The Foster Child

She’s six years old and has three failed adoptions and suffered a number of smaller atrocities, but now she’s sprinting up the beach against the wind, clutching the pink leash of a borrowed Labrador, the wind swallowing the frantic shouts of her foster mother and the dog’s owner.

She strains cold air through her teeth, not quite a grin, and the blown sand that crusts her lashes and snakes over her receding footprints scours this hard child’s shell. Inside she’s all mush and hurt, but that shell, man, it’s something. You could break bottles on it.

She’s never before seen the sunset or the ocean, and this sudden confluence has her on a high. She trusts the dog and the reckless, headlong strides and the taste of the salt air, gulps of crab rot, kelp and bird shit.

She doesn’t understand her crimes, even less so the sentence, but the pounding of her feet, the tiny splash of each stride on the wet sand…this feels very real and solid to her.

Her brown hair is a ribbon, a salt-sticky pennant streaming behind her. The dog’s tongue lolls and flaps, and there are three princesses and sequins stitched into her garage sale sweatshirt.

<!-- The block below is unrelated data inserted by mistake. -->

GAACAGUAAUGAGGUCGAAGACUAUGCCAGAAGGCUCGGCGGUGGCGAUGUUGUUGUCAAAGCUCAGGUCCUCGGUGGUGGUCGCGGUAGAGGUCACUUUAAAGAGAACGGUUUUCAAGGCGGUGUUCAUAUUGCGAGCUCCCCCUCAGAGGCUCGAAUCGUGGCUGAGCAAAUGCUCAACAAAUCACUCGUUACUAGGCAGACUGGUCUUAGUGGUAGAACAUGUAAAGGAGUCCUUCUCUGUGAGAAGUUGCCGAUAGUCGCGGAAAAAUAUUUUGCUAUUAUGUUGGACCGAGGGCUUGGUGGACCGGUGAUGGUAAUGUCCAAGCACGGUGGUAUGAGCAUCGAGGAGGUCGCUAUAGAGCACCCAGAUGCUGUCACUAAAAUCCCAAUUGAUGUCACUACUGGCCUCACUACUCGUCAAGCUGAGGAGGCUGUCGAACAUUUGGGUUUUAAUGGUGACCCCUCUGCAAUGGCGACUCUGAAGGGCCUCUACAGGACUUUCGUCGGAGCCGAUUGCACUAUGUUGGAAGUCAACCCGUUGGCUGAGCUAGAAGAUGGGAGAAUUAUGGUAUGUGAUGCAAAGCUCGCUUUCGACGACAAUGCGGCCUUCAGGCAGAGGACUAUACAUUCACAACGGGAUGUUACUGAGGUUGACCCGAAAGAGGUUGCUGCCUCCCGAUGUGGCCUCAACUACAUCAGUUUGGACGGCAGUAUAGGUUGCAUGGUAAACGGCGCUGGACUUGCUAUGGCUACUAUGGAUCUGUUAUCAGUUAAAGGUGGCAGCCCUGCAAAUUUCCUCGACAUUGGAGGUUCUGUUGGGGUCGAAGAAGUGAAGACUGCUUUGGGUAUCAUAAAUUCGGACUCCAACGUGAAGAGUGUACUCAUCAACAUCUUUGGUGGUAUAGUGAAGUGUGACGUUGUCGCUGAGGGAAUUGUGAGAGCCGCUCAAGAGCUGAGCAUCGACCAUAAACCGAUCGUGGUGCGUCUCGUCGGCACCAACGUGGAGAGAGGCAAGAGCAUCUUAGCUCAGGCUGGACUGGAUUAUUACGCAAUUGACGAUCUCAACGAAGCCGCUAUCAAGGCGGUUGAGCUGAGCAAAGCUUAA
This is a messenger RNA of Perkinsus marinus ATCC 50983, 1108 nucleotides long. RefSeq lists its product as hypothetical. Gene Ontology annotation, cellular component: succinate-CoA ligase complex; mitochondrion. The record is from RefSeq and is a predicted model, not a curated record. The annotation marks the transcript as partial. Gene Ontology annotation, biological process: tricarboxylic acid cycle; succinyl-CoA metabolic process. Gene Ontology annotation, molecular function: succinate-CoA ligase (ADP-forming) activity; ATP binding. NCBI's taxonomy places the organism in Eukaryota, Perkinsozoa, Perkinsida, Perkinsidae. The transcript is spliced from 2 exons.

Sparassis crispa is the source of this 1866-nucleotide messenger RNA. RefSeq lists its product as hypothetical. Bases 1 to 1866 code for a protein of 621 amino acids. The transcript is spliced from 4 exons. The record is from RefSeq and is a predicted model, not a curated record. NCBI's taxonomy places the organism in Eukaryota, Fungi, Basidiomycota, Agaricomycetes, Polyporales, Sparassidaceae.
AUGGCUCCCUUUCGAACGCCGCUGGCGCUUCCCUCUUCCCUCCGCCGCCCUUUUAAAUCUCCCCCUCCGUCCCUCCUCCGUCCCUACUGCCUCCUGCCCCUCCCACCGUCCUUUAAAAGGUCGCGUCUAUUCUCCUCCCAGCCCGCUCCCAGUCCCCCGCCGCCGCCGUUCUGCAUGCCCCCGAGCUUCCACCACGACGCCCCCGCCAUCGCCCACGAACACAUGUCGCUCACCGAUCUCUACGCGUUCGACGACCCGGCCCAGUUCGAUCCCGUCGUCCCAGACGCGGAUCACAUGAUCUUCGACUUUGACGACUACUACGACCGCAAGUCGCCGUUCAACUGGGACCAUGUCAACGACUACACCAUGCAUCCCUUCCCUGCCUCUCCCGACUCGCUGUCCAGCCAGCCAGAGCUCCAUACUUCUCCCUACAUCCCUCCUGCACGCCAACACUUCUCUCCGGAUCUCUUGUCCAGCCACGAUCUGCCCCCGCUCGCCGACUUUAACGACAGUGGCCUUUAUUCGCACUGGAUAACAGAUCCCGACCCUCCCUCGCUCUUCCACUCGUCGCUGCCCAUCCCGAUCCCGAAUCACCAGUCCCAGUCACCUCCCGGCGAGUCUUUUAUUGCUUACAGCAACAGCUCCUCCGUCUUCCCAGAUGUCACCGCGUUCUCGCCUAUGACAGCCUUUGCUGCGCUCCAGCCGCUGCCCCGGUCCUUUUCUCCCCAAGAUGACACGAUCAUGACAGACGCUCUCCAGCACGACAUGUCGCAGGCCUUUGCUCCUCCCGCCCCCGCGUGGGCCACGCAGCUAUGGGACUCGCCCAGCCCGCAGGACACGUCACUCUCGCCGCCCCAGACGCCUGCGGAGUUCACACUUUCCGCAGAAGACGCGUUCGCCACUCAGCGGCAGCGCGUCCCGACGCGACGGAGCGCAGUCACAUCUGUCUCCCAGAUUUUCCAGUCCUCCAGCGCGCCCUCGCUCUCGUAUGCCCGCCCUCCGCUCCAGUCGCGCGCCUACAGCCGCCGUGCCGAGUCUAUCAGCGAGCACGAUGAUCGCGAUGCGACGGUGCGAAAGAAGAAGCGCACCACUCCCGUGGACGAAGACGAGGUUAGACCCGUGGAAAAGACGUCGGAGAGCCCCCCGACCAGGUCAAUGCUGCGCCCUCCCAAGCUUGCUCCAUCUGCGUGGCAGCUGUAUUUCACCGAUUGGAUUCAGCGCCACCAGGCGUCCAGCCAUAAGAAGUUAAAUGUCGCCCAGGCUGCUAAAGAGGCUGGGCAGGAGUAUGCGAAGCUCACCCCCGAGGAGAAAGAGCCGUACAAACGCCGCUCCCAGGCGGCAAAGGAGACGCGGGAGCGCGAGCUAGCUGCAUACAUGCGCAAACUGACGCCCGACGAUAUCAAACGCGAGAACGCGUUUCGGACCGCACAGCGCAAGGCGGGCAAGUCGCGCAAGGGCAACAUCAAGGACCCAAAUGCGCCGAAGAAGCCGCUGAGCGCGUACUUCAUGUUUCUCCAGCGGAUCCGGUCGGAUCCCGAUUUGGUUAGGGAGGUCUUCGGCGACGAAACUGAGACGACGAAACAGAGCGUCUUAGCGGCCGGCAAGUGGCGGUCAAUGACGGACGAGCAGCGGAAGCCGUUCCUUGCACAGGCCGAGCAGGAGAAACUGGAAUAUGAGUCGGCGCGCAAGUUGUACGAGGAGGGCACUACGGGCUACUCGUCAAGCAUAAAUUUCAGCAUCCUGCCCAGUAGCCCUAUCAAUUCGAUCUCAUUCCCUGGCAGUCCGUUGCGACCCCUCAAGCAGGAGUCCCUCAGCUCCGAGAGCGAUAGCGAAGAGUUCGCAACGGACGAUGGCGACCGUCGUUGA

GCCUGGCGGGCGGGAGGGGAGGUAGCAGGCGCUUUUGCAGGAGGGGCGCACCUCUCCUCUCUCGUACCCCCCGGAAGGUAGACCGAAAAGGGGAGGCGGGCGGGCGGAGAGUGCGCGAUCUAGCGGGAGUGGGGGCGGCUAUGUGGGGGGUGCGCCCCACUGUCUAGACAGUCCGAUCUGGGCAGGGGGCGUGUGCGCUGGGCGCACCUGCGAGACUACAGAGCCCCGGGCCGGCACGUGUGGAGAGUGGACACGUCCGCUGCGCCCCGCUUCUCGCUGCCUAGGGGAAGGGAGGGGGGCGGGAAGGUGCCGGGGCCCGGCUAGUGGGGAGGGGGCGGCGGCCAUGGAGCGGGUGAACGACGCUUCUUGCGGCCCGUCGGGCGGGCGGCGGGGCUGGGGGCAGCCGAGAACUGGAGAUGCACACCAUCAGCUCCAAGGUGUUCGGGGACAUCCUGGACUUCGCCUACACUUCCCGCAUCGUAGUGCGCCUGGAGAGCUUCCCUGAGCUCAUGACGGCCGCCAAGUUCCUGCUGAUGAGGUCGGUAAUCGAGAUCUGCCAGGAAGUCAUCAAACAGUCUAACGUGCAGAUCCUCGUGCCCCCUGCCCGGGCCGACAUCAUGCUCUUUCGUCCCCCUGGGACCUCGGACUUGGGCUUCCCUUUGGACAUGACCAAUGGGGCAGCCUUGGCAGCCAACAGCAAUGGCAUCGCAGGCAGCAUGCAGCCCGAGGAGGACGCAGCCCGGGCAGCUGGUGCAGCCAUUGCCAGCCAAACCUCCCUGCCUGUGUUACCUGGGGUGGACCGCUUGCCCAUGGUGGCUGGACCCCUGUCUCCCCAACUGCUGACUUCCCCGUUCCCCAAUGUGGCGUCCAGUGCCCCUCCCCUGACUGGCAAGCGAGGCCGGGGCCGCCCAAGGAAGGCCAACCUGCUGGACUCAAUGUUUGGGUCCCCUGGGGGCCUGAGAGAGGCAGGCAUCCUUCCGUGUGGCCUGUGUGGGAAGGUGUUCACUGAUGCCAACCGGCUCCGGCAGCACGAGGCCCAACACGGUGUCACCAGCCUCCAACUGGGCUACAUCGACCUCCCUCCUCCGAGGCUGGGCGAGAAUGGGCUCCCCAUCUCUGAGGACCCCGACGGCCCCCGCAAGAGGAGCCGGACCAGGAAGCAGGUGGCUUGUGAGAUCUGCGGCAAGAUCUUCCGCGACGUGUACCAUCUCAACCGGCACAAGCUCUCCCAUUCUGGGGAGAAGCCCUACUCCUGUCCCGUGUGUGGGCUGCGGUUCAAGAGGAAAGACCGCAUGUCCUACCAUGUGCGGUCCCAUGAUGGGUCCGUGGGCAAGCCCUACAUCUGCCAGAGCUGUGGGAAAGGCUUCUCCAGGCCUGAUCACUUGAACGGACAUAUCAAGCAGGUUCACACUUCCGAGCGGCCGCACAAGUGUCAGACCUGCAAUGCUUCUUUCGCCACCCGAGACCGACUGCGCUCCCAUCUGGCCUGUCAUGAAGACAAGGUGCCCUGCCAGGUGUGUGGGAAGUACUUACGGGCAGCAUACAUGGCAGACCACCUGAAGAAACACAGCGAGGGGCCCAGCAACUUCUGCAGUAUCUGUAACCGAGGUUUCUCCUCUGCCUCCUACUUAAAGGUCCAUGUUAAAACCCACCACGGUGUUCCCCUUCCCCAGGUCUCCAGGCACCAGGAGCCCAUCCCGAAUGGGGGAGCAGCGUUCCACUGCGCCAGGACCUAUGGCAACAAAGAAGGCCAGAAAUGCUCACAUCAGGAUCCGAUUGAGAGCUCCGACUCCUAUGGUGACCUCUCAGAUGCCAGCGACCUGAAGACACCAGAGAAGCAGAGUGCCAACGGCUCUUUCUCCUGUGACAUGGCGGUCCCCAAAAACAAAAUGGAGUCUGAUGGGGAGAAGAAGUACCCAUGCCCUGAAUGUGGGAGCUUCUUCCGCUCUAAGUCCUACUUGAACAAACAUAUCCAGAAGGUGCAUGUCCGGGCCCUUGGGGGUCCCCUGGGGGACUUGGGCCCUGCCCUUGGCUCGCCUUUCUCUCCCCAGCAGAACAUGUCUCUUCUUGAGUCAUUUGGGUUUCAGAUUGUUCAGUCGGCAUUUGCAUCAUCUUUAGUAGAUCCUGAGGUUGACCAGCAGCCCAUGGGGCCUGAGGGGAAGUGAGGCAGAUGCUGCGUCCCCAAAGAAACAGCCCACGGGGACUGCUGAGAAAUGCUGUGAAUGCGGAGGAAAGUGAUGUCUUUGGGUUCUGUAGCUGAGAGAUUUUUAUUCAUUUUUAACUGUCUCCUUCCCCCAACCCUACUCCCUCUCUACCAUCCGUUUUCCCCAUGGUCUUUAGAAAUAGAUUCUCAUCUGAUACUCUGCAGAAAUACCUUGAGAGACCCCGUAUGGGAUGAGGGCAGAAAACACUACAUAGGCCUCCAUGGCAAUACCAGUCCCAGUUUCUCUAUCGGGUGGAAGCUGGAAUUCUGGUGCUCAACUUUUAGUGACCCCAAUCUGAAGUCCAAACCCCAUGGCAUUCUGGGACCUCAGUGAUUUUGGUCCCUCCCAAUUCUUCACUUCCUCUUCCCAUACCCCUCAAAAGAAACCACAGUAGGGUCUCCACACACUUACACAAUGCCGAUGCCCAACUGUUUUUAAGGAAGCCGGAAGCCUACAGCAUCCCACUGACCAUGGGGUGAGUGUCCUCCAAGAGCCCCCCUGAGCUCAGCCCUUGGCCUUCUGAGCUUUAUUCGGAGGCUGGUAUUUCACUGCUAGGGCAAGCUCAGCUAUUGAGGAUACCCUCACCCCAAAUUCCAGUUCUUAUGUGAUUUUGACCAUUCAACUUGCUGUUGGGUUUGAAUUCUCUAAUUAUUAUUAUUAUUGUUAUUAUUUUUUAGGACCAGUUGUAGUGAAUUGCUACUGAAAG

She doesn’t know that regular children aren’t in the habit of screaming themselves to sleep at night, and they will assert their rights with tooth and claw only at their peril. Punishment doesn’t really work on her. “Is that all you got,” she grins back over her shoulder.

She also doesn’t know that the Labrador, who gallops ahead of her, tugging on the leash, aware only of a gull in the distance and this strange little creature in tow who is indulging her penchant for headlong flight, has only this morning chewed the armrest off of the sofa and that she shits regularly on an heirloom throw rug, the oblivious creature persisting only through the owner’s sense of duty.

She glances back only briefly to see her latest mother and the dog’s owner both waving and cupping their hands to their mouths to shout into a wind that sucks the voice out of their words before they even cross their lips. Then the Labrador snaps the leash and puts her head down to gallop with redoubled stride, as if to say, “come on, kid, now’s our chance.”

She squeezes her eyes shut and trusts the leash and the yellow plug of fur and muscle at the other end, not heeding the voices she can no longer hear, not even sensing that the big people far behind her are, without even admitting it to themselves, both hoping that these two girls just keep on running.

Published by David

Writer (Vintage), filmmaker (Three Days of Glory and Saving Atlantis), bookreader.

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